Voluntary Stopping of Eating and Drinking to Hasten Death
DOI: 10.3238/zfa.2018.0353-0357german translation / full article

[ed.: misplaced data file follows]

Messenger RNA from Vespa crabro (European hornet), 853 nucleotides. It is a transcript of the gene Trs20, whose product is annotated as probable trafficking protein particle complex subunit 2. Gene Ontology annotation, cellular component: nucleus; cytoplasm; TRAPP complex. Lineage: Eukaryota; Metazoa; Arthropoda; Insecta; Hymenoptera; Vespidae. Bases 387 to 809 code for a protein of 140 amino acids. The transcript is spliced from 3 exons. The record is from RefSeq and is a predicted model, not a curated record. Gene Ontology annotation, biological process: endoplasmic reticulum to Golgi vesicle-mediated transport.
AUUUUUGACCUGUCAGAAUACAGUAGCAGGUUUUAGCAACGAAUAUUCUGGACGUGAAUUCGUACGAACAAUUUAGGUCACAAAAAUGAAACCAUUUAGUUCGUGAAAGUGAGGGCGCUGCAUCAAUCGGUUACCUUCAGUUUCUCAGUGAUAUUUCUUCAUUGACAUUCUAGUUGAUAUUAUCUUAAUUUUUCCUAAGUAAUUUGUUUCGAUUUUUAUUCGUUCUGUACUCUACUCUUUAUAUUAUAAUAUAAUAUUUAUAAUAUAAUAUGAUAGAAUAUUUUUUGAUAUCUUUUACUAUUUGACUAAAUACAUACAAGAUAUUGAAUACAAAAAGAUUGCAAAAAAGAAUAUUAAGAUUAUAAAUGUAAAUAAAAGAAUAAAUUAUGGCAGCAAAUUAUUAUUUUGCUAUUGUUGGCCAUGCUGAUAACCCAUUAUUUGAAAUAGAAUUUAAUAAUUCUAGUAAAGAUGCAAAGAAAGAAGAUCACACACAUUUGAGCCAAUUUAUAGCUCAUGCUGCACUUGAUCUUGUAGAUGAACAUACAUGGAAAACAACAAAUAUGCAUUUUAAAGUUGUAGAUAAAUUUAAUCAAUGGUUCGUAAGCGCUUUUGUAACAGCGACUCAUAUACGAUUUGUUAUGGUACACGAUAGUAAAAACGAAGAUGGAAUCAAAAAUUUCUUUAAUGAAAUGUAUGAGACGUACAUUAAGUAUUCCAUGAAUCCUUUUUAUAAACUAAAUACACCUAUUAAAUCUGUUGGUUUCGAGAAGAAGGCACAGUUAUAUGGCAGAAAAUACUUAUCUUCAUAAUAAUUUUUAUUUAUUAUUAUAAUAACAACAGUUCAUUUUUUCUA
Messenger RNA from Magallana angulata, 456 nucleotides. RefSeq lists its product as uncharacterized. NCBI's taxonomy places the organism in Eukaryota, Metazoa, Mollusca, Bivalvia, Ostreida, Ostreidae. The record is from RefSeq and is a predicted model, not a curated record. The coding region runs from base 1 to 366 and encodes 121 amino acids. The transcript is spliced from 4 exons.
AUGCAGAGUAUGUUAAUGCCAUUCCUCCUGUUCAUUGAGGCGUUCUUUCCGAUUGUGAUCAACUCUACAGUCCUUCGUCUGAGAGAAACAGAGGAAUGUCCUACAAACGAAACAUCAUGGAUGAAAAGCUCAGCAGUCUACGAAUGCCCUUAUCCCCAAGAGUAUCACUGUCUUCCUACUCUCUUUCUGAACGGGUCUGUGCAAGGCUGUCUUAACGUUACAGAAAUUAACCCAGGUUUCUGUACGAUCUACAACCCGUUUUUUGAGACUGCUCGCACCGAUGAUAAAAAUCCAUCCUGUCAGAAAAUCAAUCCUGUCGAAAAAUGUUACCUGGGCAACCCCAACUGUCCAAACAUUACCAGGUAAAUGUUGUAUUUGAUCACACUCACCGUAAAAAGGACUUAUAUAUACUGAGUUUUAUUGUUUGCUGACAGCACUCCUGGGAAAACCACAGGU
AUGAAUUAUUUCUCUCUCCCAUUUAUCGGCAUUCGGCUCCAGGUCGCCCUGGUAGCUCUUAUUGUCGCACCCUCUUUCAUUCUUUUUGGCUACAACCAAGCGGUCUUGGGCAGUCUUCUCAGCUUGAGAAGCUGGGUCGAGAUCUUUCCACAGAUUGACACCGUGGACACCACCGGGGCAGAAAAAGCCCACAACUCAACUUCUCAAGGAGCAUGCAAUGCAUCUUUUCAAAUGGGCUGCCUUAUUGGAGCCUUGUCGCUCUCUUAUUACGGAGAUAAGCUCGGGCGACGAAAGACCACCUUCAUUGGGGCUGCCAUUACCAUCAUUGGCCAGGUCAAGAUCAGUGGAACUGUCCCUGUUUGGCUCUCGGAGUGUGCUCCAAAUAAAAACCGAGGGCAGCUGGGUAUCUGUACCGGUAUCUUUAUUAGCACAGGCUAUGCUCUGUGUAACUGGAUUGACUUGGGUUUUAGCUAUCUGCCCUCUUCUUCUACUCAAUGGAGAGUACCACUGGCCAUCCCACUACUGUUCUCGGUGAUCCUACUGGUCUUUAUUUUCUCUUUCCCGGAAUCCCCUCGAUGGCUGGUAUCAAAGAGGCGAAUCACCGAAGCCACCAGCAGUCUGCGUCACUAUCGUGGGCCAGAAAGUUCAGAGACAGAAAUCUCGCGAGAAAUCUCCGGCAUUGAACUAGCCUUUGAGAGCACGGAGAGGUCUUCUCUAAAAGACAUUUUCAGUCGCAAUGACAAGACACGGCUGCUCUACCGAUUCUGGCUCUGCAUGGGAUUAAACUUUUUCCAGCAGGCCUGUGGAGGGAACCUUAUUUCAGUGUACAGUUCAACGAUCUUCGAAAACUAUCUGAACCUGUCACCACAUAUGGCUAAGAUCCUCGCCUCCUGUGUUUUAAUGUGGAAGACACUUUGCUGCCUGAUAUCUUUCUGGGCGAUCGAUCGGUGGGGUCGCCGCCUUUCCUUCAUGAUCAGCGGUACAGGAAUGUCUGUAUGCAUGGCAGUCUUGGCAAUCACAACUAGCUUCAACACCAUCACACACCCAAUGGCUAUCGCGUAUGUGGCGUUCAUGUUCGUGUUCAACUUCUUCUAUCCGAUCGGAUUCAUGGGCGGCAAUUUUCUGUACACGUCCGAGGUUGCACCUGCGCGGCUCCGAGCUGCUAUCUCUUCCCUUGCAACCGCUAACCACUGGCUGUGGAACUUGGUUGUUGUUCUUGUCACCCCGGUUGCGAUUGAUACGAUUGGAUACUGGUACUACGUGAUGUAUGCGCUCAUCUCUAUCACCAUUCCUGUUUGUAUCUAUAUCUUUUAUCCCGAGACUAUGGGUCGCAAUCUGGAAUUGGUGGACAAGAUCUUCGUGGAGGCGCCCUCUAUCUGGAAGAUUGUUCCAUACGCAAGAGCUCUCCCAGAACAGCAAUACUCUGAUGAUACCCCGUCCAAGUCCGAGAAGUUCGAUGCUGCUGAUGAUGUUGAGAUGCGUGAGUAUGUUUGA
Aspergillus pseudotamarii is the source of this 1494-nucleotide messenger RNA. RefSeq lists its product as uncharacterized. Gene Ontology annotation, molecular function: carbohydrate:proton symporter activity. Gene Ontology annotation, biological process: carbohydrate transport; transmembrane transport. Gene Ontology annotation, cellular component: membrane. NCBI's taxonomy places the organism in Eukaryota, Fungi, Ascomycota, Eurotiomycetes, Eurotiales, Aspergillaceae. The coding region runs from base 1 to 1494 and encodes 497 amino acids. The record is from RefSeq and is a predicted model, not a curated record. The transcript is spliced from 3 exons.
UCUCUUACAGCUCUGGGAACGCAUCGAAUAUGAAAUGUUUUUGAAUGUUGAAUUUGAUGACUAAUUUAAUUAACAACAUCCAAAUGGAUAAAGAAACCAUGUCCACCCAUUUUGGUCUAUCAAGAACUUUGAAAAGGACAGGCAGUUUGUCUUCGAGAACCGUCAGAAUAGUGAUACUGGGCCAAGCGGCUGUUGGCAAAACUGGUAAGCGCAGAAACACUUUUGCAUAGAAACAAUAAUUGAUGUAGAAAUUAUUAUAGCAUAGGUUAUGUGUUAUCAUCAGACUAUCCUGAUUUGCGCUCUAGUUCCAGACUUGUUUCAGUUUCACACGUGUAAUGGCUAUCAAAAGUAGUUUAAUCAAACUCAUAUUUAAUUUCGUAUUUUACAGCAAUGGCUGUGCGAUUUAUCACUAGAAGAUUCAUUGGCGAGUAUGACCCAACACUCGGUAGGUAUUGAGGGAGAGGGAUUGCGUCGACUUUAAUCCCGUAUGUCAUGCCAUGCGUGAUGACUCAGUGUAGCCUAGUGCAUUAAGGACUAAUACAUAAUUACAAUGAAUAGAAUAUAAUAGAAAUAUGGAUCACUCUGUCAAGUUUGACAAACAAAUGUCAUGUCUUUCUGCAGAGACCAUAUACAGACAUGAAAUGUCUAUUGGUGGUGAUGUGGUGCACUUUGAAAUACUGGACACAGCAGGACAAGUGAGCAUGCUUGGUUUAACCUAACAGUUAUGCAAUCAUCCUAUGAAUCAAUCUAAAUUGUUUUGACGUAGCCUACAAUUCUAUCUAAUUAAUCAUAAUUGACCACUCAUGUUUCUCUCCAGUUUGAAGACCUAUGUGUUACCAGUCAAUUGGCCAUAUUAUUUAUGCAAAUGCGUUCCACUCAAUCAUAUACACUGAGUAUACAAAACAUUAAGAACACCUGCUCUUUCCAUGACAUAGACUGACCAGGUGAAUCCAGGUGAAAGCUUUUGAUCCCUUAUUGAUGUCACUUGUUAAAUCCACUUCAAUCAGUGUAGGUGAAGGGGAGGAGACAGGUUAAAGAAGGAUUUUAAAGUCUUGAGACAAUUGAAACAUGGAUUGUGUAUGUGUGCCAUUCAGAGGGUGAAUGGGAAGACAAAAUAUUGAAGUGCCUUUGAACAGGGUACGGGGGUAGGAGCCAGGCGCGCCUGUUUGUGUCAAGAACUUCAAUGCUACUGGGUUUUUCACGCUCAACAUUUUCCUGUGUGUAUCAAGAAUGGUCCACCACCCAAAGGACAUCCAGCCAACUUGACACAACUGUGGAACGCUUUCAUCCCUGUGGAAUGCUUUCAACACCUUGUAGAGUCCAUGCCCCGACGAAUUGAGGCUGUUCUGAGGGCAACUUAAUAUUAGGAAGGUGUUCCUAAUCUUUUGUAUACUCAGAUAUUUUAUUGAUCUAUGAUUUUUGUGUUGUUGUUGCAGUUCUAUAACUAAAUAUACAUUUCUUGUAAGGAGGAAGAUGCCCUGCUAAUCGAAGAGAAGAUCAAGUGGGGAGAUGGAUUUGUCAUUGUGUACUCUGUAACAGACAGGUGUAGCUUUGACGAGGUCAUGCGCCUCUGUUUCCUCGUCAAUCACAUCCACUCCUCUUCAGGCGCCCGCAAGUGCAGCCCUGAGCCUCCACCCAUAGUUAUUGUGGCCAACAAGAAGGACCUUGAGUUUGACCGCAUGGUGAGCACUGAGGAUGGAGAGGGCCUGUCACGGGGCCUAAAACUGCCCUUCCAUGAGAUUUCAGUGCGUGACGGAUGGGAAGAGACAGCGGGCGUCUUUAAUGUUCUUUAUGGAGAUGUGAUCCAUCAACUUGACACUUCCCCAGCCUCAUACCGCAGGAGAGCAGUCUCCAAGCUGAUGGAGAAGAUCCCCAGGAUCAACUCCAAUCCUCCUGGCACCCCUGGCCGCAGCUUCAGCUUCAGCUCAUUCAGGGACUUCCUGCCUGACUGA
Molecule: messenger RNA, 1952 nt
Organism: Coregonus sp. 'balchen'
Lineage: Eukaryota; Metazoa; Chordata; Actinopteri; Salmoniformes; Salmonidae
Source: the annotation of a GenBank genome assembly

Background: Terminally ill patients’ fear of prolonged dying and suffering can lead to voluntary stopping of eating and drinking (VSED), aiming to accelerate the dying process. For family physicians, this can cause tension because there is an ethical obligation not to speed up dying, and – on the same time – respect patients’ rights of self-determination.Search method: Pragmatic literature search in electronic databases (PubMed, CINAHL, Research Gate and Google Scholar). We selected and evaluated 49 relevant papers in English and German from 2000 to 2018 and prepared a narrative review.Main messages: Symptoms associated with VSED lead to a significant need for palliative care. Medical care of these patients is not tantamount to assisted suicide. Rather, it is part of medical and nursing care for patients during their dying process. Open discussions about the expressed desire to die and the underlying motives can help to strengthen trust in family physicians. Knowledge of this possibility can in itself be a relief for some patients, without ultimately deciding to refuse food and fluids.Conclusions: Patients who decide to reject food and fluids are particularly dependent on the support of their family physicians.